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Author of “Democracy’s Data” Speaks on Honors Program Flexibility

Growing up in a suburb of Rochester, New York, Dan Bouk never expected to attend Michigan State University.

This was until he received an invitation to the Alumni Distinguished Scholarship competition and ended up receiving a full ride.

He graduated in 2002 with a Bachelor of Science in computational mathematics, but explored opportunities in history with help from the Honors College and history professor David Bailey before graduating.

“The curricular flexibility of the Honors College was really important. That’s how I was able to get in a 300-level English class my first year when I discovered I wanted to finish my math degree, but also had curiosities about what it meant to do history seriously,” he said. “I only ever took two formal history classes, both with David Bailey, but I was later able to write an honors thesis in history thanks to him.”

During his time at the university, Bouk was also a founder of the OATS Literary Magazine, an undergraduate submissions-based magazine for poetry, stories, and fictional works. This magazine started in 1998 and ran until at least 2004.

He explained that while the four founders were studying various disciplines, they all had one common goal — finding a creative outlet to express themselves.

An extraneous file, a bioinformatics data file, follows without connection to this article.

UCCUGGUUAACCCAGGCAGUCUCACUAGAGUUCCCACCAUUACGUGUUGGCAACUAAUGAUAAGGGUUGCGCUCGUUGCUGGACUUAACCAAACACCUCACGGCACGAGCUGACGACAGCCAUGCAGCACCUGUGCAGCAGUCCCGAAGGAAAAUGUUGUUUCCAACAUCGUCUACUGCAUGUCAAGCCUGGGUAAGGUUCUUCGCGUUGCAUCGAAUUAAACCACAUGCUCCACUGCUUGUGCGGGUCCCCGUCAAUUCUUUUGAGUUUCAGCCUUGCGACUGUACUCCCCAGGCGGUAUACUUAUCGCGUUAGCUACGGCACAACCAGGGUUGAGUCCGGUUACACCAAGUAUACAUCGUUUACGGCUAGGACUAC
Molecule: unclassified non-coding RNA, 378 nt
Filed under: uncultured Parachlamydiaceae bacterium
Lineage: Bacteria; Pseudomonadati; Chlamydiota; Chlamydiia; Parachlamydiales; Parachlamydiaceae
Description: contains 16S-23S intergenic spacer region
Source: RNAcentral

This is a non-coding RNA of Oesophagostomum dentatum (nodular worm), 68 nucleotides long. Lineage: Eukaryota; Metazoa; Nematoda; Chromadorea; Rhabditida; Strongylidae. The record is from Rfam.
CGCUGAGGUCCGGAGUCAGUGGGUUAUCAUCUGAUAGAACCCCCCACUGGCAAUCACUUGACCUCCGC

“Like most founders of literary magazines, we just wanted to publish our own things. The Honors College was crucial for that as they funded our initial publications,” he said.

Bouk went on to receive his doctorate in history from Princeton University. Now, he is a history professor at Colgate University in New York and a writer.

His newest book, “Democracy’s Data: The Hidden Stories in the U.S. Census and How to Read Them”, tells the story of how a large, diverse nation gets to know itself.

“In this book, I look at one of those censuses (from 1940) and I am able to discover the process by which big, messy lives can be made to fit in the neat lines and fixed categories that the government requires,” he said.

“It asks readers to think about what we lose when we are depicted as data and why a democratic system, nevertheless, needs every person to become a data point,” he continued.

The book is dedicated to the memory of former MSU history professor David Bailey, who first inspired Bouk to write a book like this.

“Democracy’s Data” has been reviewed by many publishers including The New York Times and can now be purchased on Amazon here.

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